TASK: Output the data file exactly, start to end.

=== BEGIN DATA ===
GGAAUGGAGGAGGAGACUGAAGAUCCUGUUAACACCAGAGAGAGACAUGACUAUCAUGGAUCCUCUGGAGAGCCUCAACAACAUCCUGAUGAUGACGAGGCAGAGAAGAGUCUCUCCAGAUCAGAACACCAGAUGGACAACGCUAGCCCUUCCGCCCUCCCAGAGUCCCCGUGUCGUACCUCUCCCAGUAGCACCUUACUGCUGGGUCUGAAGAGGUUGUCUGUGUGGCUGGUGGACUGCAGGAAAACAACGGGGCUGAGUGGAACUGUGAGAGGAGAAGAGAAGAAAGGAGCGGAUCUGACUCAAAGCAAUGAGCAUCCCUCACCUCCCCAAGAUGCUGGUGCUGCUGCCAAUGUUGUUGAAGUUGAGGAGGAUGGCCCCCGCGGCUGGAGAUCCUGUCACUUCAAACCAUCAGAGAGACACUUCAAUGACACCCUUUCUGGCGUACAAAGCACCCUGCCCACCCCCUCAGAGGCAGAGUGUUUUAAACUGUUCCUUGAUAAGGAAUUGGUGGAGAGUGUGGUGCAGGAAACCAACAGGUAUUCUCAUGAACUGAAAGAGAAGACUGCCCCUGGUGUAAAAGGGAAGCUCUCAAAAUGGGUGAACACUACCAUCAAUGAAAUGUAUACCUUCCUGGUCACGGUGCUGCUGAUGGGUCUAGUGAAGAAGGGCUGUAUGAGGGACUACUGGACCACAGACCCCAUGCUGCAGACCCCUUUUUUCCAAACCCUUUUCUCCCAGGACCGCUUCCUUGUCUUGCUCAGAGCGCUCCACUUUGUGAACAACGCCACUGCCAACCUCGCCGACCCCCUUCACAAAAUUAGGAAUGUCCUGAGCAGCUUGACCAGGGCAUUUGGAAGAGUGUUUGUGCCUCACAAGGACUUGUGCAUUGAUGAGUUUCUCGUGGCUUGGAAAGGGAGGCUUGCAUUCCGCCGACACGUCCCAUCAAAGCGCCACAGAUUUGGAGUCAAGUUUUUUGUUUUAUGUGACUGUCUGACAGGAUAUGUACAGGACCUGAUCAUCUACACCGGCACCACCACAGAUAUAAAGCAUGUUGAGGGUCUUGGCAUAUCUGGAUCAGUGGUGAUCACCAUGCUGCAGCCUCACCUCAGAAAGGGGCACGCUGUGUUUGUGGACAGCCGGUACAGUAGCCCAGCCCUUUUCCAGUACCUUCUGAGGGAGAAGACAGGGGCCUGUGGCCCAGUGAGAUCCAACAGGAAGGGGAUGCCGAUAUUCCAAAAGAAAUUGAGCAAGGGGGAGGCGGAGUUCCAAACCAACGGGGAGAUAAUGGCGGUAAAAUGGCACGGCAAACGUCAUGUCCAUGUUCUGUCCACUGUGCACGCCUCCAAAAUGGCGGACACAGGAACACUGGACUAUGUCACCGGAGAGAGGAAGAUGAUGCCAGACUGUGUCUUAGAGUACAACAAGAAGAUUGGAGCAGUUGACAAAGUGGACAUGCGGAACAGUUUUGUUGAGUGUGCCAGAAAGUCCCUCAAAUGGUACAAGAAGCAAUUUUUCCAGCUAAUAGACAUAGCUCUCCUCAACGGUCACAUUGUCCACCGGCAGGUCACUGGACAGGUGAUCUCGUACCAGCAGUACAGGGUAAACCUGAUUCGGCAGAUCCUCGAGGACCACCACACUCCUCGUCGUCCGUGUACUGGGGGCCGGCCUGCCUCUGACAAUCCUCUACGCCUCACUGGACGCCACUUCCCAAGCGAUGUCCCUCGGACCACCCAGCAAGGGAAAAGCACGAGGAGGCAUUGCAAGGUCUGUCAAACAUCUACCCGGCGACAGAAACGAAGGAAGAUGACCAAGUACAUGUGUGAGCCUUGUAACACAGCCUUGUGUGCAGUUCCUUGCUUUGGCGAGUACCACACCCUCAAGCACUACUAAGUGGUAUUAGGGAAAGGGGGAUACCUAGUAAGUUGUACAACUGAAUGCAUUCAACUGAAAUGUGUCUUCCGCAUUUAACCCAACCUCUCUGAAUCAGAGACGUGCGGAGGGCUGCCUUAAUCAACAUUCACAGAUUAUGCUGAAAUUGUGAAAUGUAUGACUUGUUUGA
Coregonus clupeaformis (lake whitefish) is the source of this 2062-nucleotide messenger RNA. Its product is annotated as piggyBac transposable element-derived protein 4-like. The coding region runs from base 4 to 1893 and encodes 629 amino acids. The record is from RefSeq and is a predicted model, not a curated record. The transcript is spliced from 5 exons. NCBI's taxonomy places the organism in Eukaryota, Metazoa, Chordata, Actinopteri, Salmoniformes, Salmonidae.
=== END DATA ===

GGAAUGGAGGAGGAGACUGAAGAUCCUGUUAACACCAGAGAGAGACAUGACUAUCAUGGAUCCUCUGGAGAGCCUCAACAACAUCCUGAUGAUGACGAGGCAGAGAAGAGUCUCUCCAGAUCAGAACACCAGAUGGACAACGCUAGCCCUUCCGCCCUCCCAGAGUCCCCGUGUCGUACCUCUCCCAGUAGCACCUUACUGCUGGGUCUGAAGAGGUUGUCUGUGUGGCUGGUGGACUGCAGGAAAACAACGGGGCUGAGUGGAACUGUGAGAGGAGAAGAGAAGAAAGGAGCGGAUCUGACUCAAAGCAAUGAGCAUCCCUCACCUCCCCAAGAUGCUGGUGCUGCUGCCAAUGUUGUUGAAGUUGAGGAGGAUGGCCCCCGCGGCUGGAGAUCCUGUCACUUCAAACCAUCAGAGAGACACUUCAAUGACACCCUUUCUGGCGUACAAAGCACCCUGCCCACCCCCUCAGAGGCAGAGUGUUUUAAACUGUUCCUUGAUAAGGAAUUGGUGGAGAGUGUGGUGCAGGAAACCAACAGGUAUUCUCAUGAACUGAAAGAGAAGACUGCCCCUGGUGUAAAAGGGAAGCUCUCAAAAUGGGUGAACACUACCAUCAAUGAAAUGUAUACCUUCCUGGUCACGGUGCUGCUGAUGGGUCUAGUGAAGAAGGGCUGUAUGAGGGACUACUGGACCACAGACCCCAUGCUGCAGACCCCUUUUUUCCAAACCCUUUUCUCCCAGGACCGCUUCCUUGUCUUGCUCAGAGCGCUCCACUUUGUGAACAACGCCACUGCCAACCUCGCCGACCCCCUUCACAAAAUUAGGAAUGUCCUGAGCAGCUUGACCAGGGCAUUUGGAAGAGUGUUUGUGCCUCACAAGGACUUGUGCAUUGAUGAGUUUCUCGUGGCUUGGAAAGGGAGGCUUGCAUUCCGCCGACACGUCCCAUCAAAGCGCCACAGAUUUGGAGUCAAGUUUUUUGUUUUAUGUGACUGUCUGACAGGAUAUGUACAGGACCUGAUCAUCUACACCGGCACCACCACAGAUAUAAAGCAUGUUGAGGGUCUUGGCAUAUCUGGAUCAGUGGUGAUCACCAUGCUGCAGCCUCACCUCAGAAAGGGGCACGCUGUGUUUGUGGACAGCCGGUACAGUAGCCCAGCCCUUUUCCAGUACCUUCUGAGGGAGAAGACAGGGGCCUGUGGCCCAGUGAGAUCCAACAGGAAGGGGAUGCCGAUAUUCCAAAAGAAAUUGAGCAAGGGGGAGGCGGAGUUCCAAACCAACGGGGAGAUAAUGGCGGUAAAAUGGCACGGCAAACGUCAUGUCCAUGUUCUGUCCACUGUGCACGCCUCCAAAAUGGCGGACACAGGAACACUGGACUAUGUCACCGGAGAGAGGAAGAUGAUGCCAGACUGUGUCUUAGAGUACAACAAGAAGAUUGGAGCAGUUGACAAAGUGGACAUGCGGAACAGUUUUGUUGAGUGUGCCAGAAAGUCCCUCAAAUGGUACAAGAAGCAAUUUUUCCAGCUAAUAGACAUAGCUCUCCUCAACGGUCACAUUGUCCACCGGCAGGUCACUGGACAGGUGAUCUCGUACCAGCAGUACAGGGUAAACCUGAUUCGGCAGAUCCUCGAGGACCACCACACUCCUCGUCGUCCGUGUACUGGGGGCCGGCCUGCCUCUGACAAUCCUCUACGCCUCACUGGACGCCACUUCCCAAGCGAUGUCCCUCGGACCACCCAGCAAGGGAAAAGCACGAGGAGGCAUUGCAAGGUCUGUCAAACAUCUACCCGGCGACAGAAACGAAGGAAGAUGACCAAGUACAUGUGUGAGCCUUGUAACACAGCCUUGUGUGCAGUUCCUUGCUUUGGCGAGUACCACACCCUCAAGCACUACUAAGUGGUAUUAGGGAAAGGGGGAUACCUAGUAAGUUGUACAACUGAAUGCAUUCAACUGAAAUGUGUCUUCCGCAUUUAACCCAACCUCUCUGAAUCAGAGACGUGCGGAGGGCUGCCUUAAUCAACAUUCACAGAUUAUGCUGAAAUUGUGAAAUGUAUGACUUGUUUGA
Coregonus clupeaformis (lake whitefish) is the source of this 2062-nucleotide messenger RNA. Its product is annotated as piggyBac transposable element-derived protein 4-like. The coding region runs from base 4 to 1893 and encodes 629 amino acids. The record is from RefSeq and is a predicted model, not a curated record. The transcript is spliced from 5 exons. NCBI's taxonomy places the organism in Eukaryota, Metazoa, Chordata, Actinopteri, Salmoniformes, Salmonidae.